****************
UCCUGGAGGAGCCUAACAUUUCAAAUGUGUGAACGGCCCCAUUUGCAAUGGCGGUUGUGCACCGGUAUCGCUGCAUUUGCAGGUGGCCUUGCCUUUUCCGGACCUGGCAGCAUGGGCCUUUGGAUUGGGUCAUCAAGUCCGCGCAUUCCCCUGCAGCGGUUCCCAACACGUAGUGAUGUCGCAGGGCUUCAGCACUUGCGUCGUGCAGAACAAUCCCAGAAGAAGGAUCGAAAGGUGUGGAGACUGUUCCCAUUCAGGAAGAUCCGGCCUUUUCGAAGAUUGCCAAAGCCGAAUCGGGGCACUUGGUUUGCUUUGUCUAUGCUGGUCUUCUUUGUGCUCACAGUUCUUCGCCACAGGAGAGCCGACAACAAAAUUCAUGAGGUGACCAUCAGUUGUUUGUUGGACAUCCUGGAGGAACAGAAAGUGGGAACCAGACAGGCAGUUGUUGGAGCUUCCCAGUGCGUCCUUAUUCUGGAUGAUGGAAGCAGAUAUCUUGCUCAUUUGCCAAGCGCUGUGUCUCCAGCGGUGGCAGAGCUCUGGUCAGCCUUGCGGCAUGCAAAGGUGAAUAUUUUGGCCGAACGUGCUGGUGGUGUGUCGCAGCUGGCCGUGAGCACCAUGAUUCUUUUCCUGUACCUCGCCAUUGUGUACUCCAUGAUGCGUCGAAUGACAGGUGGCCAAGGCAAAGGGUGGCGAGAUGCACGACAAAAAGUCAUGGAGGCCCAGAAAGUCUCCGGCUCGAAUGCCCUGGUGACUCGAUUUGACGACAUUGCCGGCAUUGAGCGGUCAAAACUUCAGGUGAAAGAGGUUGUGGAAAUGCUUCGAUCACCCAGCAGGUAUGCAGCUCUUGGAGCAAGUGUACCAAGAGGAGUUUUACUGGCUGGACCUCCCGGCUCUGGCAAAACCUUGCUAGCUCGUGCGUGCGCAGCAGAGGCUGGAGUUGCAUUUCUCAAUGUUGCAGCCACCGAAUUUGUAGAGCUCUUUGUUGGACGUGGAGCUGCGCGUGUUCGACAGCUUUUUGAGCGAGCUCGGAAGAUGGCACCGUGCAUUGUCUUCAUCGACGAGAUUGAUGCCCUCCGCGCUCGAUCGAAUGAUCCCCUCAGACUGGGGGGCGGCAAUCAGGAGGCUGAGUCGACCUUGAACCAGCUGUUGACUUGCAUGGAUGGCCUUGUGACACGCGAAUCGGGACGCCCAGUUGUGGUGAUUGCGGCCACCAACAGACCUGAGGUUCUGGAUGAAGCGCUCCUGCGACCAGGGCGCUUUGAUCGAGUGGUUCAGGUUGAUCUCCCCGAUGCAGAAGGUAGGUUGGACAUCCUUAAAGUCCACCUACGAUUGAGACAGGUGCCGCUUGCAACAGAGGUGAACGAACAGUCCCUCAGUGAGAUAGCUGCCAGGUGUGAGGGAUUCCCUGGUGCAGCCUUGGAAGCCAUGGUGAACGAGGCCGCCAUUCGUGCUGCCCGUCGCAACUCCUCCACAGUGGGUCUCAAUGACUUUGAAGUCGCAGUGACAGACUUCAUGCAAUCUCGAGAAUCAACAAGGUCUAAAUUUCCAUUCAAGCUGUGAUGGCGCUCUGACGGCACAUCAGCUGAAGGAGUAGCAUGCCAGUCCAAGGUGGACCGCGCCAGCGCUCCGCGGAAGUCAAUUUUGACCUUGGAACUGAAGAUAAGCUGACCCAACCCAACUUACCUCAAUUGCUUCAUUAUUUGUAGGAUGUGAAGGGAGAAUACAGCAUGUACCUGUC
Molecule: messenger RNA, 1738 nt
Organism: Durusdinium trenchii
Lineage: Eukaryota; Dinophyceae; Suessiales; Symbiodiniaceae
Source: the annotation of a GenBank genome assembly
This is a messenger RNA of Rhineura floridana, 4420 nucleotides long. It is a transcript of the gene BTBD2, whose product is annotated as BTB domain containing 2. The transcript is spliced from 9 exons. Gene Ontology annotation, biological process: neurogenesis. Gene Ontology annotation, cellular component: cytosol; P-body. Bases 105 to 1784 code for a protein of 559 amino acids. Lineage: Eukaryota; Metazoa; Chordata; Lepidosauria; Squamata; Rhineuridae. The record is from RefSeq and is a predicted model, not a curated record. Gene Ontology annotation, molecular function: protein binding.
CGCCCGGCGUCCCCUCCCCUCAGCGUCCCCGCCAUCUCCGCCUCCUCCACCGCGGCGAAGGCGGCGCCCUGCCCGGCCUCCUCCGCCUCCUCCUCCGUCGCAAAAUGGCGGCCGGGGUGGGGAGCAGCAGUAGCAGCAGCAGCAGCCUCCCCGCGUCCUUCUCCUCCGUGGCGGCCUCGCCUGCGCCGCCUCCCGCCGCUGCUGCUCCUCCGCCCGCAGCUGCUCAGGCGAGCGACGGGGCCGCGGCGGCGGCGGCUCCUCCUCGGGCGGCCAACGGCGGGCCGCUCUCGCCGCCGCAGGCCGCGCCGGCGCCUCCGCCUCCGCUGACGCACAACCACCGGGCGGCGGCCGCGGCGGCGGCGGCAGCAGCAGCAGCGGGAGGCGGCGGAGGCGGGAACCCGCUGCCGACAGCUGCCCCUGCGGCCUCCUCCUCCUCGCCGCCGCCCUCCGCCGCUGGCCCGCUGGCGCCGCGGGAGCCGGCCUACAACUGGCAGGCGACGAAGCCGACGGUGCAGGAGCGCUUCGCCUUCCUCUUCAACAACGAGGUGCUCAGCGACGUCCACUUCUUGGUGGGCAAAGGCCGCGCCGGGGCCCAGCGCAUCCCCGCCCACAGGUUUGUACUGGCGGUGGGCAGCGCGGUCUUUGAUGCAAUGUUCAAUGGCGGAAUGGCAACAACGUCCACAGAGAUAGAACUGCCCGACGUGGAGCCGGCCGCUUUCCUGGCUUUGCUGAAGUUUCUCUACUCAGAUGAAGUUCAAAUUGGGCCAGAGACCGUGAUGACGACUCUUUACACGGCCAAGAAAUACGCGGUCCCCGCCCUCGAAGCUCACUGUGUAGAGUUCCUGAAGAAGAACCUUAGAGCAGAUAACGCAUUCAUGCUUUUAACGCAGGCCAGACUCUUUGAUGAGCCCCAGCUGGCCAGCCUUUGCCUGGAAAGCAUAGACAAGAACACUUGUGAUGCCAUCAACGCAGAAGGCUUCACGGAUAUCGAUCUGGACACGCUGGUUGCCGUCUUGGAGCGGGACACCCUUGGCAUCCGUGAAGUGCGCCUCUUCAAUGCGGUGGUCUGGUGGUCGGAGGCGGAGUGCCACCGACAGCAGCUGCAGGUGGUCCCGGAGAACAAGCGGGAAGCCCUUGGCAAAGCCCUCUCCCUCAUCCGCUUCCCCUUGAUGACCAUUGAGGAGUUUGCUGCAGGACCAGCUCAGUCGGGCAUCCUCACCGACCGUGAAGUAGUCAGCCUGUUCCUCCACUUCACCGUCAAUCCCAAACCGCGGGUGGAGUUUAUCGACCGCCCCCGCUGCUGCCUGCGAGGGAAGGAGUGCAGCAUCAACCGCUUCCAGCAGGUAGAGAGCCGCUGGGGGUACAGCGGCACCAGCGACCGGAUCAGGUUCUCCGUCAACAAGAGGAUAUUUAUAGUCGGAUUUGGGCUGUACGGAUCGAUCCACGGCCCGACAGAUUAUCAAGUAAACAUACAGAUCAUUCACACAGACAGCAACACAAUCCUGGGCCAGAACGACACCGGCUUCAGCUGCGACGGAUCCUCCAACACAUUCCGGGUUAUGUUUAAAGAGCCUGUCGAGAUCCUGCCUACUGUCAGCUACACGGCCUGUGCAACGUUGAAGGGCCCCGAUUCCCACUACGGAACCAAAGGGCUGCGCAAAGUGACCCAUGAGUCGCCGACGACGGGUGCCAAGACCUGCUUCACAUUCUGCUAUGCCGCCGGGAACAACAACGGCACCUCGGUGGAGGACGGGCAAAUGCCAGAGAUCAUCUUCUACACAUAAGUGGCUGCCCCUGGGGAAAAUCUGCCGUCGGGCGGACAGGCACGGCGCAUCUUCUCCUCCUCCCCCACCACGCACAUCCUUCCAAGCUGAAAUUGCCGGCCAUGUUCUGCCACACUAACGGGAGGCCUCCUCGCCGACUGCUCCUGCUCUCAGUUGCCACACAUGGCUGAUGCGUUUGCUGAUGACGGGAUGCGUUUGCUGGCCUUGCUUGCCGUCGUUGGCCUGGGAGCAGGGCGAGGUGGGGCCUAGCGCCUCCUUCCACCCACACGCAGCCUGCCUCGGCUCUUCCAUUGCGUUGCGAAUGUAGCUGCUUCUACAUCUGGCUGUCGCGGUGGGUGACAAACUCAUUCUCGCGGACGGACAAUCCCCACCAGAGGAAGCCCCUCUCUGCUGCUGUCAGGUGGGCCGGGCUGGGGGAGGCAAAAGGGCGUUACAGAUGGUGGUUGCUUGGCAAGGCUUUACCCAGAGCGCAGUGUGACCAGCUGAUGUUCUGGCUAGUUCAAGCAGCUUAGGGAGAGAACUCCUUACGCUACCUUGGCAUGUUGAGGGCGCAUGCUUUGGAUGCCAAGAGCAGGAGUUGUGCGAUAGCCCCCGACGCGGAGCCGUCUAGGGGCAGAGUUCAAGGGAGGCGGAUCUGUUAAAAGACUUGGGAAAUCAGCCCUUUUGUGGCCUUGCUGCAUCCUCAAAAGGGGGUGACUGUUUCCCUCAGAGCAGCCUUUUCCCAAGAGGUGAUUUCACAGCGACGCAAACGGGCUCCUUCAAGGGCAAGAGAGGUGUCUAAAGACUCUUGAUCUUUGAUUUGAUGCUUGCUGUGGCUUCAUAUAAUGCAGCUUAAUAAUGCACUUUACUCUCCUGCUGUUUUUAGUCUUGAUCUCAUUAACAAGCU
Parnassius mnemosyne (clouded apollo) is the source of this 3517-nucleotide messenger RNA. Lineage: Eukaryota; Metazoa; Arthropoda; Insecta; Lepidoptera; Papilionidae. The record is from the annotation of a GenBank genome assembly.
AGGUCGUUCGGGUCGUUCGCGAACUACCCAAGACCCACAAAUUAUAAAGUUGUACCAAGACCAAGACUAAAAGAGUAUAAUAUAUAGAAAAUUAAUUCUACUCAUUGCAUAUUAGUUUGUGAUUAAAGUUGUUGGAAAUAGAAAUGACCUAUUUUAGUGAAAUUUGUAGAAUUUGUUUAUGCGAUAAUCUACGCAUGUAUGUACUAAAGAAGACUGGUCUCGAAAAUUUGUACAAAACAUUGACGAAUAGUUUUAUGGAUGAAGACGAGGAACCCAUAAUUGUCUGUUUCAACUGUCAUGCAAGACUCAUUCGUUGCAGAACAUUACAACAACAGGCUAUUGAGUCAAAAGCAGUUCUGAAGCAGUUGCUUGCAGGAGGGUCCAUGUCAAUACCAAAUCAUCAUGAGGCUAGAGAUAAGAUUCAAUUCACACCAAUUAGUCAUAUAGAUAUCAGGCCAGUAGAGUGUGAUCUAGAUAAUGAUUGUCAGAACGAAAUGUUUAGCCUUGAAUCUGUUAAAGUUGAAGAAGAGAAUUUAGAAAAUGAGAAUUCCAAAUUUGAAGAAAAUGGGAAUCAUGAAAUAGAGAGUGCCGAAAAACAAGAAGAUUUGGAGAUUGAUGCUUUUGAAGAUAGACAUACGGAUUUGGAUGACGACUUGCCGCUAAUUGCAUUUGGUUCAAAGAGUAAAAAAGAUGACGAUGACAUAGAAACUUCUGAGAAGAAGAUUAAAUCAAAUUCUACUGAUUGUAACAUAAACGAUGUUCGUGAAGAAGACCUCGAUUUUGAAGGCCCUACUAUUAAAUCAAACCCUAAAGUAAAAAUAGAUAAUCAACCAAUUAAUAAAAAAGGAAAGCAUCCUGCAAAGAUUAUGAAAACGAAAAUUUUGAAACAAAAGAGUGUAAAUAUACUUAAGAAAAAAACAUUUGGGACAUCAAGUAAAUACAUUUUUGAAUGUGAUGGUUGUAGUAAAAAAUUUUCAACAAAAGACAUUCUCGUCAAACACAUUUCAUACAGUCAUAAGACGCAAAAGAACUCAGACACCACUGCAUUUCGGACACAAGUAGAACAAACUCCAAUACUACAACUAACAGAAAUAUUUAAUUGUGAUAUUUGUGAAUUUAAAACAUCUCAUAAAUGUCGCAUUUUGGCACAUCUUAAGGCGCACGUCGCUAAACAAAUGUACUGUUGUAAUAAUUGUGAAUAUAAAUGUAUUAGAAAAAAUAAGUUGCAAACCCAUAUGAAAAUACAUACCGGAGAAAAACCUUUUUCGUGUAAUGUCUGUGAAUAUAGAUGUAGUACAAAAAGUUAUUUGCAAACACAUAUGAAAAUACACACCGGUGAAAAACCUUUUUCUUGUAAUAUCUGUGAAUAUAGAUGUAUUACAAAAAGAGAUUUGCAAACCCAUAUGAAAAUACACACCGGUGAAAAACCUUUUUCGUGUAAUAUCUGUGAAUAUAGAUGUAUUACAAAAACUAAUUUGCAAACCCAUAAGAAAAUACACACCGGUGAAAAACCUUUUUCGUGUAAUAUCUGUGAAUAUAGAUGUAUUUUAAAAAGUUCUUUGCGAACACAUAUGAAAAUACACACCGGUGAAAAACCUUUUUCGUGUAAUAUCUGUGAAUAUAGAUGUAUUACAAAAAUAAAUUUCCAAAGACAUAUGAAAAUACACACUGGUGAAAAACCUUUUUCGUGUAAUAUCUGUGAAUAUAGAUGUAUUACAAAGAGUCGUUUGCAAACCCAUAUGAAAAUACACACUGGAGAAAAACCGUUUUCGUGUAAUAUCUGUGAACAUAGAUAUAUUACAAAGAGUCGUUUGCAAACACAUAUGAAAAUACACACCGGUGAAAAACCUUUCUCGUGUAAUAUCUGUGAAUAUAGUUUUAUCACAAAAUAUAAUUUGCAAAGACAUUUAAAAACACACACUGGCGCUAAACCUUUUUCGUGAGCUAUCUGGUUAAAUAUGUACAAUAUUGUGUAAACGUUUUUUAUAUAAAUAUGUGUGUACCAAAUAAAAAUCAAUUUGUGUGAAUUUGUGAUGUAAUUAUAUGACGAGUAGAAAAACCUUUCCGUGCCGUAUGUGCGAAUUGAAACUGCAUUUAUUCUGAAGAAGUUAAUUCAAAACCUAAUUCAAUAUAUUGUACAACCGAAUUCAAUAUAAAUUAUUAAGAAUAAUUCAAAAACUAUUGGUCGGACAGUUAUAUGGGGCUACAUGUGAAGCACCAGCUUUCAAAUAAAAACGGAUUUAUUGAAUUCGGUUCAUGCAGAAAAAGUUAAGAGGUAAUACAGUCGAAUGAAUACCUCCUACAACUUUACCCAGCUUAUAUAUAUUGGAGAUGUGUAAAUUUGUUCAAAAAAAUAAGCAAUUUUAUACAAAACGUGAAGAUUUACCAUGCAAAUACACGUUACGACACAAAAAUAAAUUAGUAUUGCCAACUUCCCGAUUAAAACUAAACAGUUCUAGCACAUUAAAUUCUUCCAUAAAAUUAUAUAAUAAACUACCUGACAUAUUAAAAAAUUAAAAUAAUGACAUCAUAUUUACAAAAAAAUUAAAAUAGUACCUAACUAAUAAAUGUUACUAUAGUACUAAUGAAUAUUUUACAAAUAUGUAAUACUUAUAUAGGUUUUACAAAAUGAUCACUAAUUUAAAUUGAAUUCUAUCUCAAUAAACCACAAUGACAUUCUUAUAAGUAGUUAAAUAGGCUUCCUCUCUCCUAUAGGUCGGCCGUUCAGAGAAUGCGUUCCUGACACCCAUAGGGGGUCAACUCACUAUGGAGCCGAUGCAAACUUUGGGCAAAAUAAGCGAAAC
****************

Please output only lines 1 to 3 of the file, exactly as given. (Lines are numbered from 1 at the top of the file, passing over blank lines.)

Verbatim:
UCCUGGAGGAGCCUAACAUUUCAAAUGUGUGAACGGCCCCAUUUGCAAUGGCGGUUGUGCACCGGUAUCGCUGCAUUUGCAGGUGGCCUUGCCUUUUCCGGACCUGGCAGCAUGGGCCUUUGGAUUGGGUCAUCAAGUCCGCGCAUUCCCCUGCAGCGGUUCCCAACACGUAGUGAUGUCGCAGGGCUUCAGCACUUGCGUCGUGCAGAACAAUCCCAGAAGAAGGAUCGAAAGGUGUGGAGACUGUUCCCAUUCAGGAAGAUCCGGCCUUUUCGAAGAUUGCCAAAGCCGAAUCGGGGCACUUGGUUUGCUUUGUCUAUGCUGGUCUUCUUUGUGCUCACAGUUCUUCGCCACAGGAGAGCCGACAACAAAAUUCAUGAGGUGACCAUCAGUUGUUUGUUGGACAUCCUGGAGGAACAGAAAGUGGGAACCAGACAGGCAGUUGUUGGAGCUUCCCAGUGCGUCCUUAUUCUGGAUGAUGGAAGCAGAUAUCUUGCUCAUUUGCCAAGCGCUGUGUCUCCAGCGGUGGCAGAGCUCUGGUCAGCCUUGCGGCAUGCAAAGGUGAAUAUUUUGGCCGAACGUGCUGGUGGUGUGUCGCAGCUGGCCGUGAGCACCAUGAUUCUUUUCCUGUACCUCGCCAUUGUGUACUCCAUGAUGCGUCGAAUGACAGGUGGCCAAGGCAAAGGGUGGCGAGAUGCACGACAAAAAGUCAUGGAGGCCCAGAAAGUCUCCGGCUCGAAUGCCCUGGUGACUCGAUUUGACGACAUUGCCGGCAUUGAGCGGUCAAAACUUCAGGUGAAAGAGGUUGUGGAAAUGCUUCGAUCACCCAGCAGGUAUGCAGCUCUUGGAGCAAGUGUACCAAGAGGAGUUUUACUGGCUGGACCUCCCGGCUCUGGCAAAACCUUGCUAGCUCGUGCGUGCGCAGCAGAGGCUGGAGUUGCAUUUCUCAAUGUUGCAGCCACCGAAUUUGUAGAGCUCUUUGUUGGACGUGGAGCUGCGCGUGUUCGACAGCUUUUUGAGCGAGCUCGGAAGAUGGCACCGUGCAUUGUCUUCAUCGACGAGAUUGAUGCCCUCCGCGCUCGAUCGAAUGAUCCCCUCAGACUGGGGGGCGGCAAUCAGGAGGCUGAGUCGACCUUGAACCAGCUGUUGACUUGCAUGGAUGGCCUUGUGACACGCGAAUCGGGACGCCCAGUUGUGGUGAUUGCGGCCACCAACAGACCUGAGGUUCUGGAUGAAGCGCUCCUGCGACCAGGGCGCUUUGAUCGAGUGGUUCAGGUUGAUCUCCCCGAUGCAGAAGGUAGGUUGGACAUCCUUAAAGUCCACCUACGAUUGAGACAGGUGCCGCUUGCAACAGAGGUGAACGAACAGUCCCUCAGUGAGAUAGCUGCCAGGUGUGAGGGAUUCCCUGGUGCAGCCUUGGAAGCCAUGGUGAACGAGGCCGCCAUUCGUGCUGCCCGUCGCAACUCCUCCACAGUGGGUCUCAAUGACUUUGAAGUCGCAGUGACAGACUUCAUGCAAUCUCGAGAAUCAACAAGGUCUAAAUUUCCAUUCAAGCUGUGAUGGCGCUCUGACGGCACAUCAGCUGAAGGAGUAGCAUGCCAGUCCAAGGUGGACCGCGCCAGCGCUCCGCGGAAGUCAAUUUUGACCUUGGAACUGAAGAUAAGCUGACCCAACCCAACUUACCUCAAUUGCUUCAUUAUUUGUAGGAUGUGAAGGGAGAAUACAGCAUGUACCUGUC
Molecule: messenger RNA, 1738 nt
Organism: Durusdinium trenchii